The parties also disagree about the extent of Colle's responsibility for subdividing the land and selling the plots. Goldman claims Colle merely facilitated the surveyor and subdivision attorney's jobs, subject to Goldman's final word. See, e.g.,Brennan Dep. 46 ("[A]ll along Jeff had to go back to his partner and find out whether this would fly or not."). Colle claims he was heavily involved in the details of the process and had decision-making authority. See, e.g., Smith Dep. 56-57 (one subdivision concept "was rejected by Mr. Colle as caving into the town . . . without getting a reasonable return on the investment"); id. at 75-76 (describing Colle's "concern about the traffic on Peters Pond Lane, [which] he felt . . . would be less desirable than to have access from Daniels Lane."); Asato Dep. 68 ("I discussed payment terms only with Jeffrey Colle . . . .").
In addition, Goldman claims Colle was a merely finder or broker for the purchase and sale of the land, subject to Goldman's final approval. See, e.g.,Colle Dep. 270 (Q. "Mr. Colle, was locating a buyer or buyers for subdivided lots another of the things that you contributed to the joint venture as part of your 'sweat?' A. Attempting to find them, yes."). For example, Goldman cites a meeting between Colle and a local broker in which the broker understood that Colle required Goldman's "approval" on various terms of sale. Brennan Dep. 94-95. Colle claims that that "approval" was just a device to establish leverage in the negotiation, and that his authority was not, in reality, so conditioned. See id. at 83 (describing Colle as the "point person" in charge of the subdivision project).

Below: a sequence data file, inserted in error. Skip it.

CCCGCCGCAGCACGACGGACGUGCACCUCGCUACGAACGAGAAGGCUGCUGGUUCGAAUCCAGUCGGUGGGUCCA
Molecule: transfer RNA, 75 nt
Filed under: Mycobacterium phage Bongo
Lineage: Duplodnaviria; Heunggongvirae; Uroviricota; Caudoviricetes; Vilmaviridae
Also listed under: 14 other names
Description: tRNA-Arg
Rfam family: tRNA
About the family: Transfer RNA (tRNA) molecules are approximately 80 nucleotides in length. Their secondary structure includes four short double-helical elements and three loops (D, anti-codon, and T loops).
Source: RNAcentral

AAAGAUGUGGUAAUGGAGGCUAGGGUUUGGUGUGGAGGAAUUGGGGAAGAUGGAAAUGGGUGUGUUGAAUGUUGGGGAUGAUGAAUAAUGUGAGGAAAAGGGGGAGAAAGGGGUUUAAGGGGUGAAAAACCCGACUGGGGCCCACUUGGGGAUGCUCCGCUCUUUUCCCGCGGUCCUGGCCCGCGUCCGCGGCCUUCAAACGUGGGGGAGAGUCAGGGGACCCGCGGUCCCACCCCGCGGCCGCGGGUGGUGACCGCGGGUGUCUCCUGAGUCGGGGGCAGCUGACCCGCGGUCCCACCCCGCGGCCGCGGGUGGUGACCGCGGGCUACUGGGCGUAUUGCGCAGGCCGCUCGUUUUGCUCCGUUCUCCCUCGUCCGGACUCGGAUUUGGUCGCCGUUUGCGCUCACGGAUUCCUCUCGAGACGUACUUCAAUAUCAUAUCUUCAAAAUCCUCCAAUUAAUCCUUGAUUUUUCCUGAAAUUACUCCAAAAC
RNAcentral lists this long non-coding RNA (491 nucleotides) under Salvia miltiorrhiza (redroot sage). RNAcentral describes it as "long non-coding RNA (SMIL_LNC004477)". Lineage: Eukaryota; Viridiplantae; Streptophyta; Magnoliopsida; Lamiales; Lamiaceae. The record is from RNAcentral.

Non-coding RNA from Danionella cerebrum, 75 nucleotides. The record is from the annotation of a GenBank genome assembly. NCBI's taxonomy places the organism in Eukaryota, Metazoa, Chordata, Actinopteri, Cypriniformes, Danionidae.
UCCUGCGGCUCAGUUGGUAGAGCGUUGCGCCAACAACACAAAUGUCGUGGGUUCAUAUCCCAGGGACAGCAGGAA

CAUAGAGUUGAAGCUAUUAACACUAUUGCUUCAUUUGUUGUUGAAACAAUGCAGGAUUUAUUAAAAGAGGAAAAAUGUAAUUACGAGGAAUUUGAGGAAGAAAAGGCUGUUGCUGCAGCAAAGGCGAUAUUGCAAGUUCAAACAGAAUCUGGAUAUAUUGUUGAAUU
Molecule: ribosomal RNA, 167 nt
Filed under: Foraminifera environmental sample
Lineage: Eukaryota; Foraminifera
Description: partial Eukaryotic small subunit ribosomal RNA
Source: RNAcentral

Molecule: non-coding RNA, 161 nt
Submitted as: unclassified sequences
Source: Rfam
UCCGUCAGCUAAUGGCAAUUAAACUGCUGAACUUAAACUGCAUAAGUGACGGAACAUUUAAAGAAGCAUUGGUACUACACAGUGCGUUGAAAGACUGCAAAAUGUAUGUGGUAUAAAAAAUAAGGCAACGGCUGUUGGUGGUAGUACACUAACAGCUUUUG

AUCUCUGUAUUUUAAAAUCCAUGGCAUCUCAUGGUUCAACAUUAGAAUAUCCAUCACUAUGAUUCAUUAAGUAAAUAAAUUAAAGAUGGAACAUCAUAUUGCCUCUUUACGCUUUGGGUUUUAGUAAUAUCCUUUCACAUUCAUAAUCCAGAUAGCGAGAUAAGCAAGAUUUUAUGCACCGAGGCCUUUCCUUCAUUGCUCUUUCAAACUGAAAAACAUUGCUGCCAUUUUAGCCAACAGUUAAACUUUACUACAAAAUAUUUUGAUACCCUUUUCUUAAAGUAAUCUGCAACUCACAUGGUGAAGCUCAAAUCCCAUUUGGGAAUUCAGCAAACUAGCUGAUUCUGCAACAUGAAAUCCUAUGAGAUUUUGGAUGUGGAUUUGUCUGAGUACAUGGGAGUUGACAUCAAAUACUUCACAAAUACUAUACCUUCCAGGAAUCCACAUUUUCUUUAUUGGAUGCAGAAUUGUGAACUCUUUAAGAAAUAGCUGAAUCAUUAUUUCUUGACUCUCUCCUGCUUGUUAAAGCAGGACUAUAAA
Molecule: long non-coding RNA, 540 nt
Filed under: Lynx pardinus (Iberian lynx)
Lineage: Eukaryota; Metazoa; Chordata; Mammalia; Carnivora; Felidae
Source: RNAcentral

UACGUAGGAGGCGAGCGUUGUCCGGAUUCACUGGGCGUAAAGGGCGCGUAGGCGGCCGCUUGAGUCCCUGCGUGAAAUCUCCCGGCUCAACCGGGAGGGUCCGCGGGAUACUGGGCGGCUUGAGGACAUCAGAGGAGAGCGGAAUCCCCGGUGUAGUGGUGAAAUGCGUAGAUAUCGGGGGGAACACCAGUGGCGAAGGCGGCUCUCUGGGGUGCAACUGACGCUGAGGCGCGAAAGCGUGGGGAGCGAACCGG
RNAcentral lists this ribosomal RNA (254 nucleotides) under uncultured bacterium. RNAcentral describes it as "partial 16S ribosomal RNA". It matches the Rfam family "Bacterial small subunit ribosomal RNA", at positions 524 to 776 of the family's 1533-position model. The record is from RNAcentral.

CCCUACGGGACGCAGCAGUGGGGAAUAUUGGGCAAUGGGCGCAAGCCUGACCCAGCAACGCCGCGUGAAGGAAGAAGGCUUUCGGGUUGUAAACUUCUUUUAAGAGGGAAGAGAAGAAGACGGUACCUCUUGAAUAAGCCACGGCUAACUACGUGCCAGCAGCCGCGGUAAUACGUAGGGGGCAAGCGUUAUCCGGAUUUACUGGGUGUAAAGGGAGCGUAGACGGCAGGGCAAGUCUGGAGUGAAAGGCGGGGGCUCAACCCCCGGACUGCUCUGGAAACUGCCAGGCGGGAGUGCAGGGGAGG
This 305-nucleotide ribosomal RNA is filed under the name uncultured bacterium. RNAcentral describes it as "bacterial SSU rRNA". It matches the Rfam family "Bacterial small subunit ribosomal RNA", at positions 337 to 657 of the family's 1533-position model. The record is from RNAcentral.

The central question in this case is whether Colle and Goldman formed a joint venture to purchase, subdivide, and resell the Sagaponack property. Goldman makes two arguments in support of his claim that no such joint venture existed. First, he contends that Colle was, as a matter of law, Goldman's finder or broker, and therefore that any contract between them is void by operation of the statute of frauds. Second, he argues that the record contains insufficient evidence to support a jury finding that a joint venture existed. I conclude that both arguments are without merit.
A. The Standard of Review of Goldman's Motion for Summary Judgment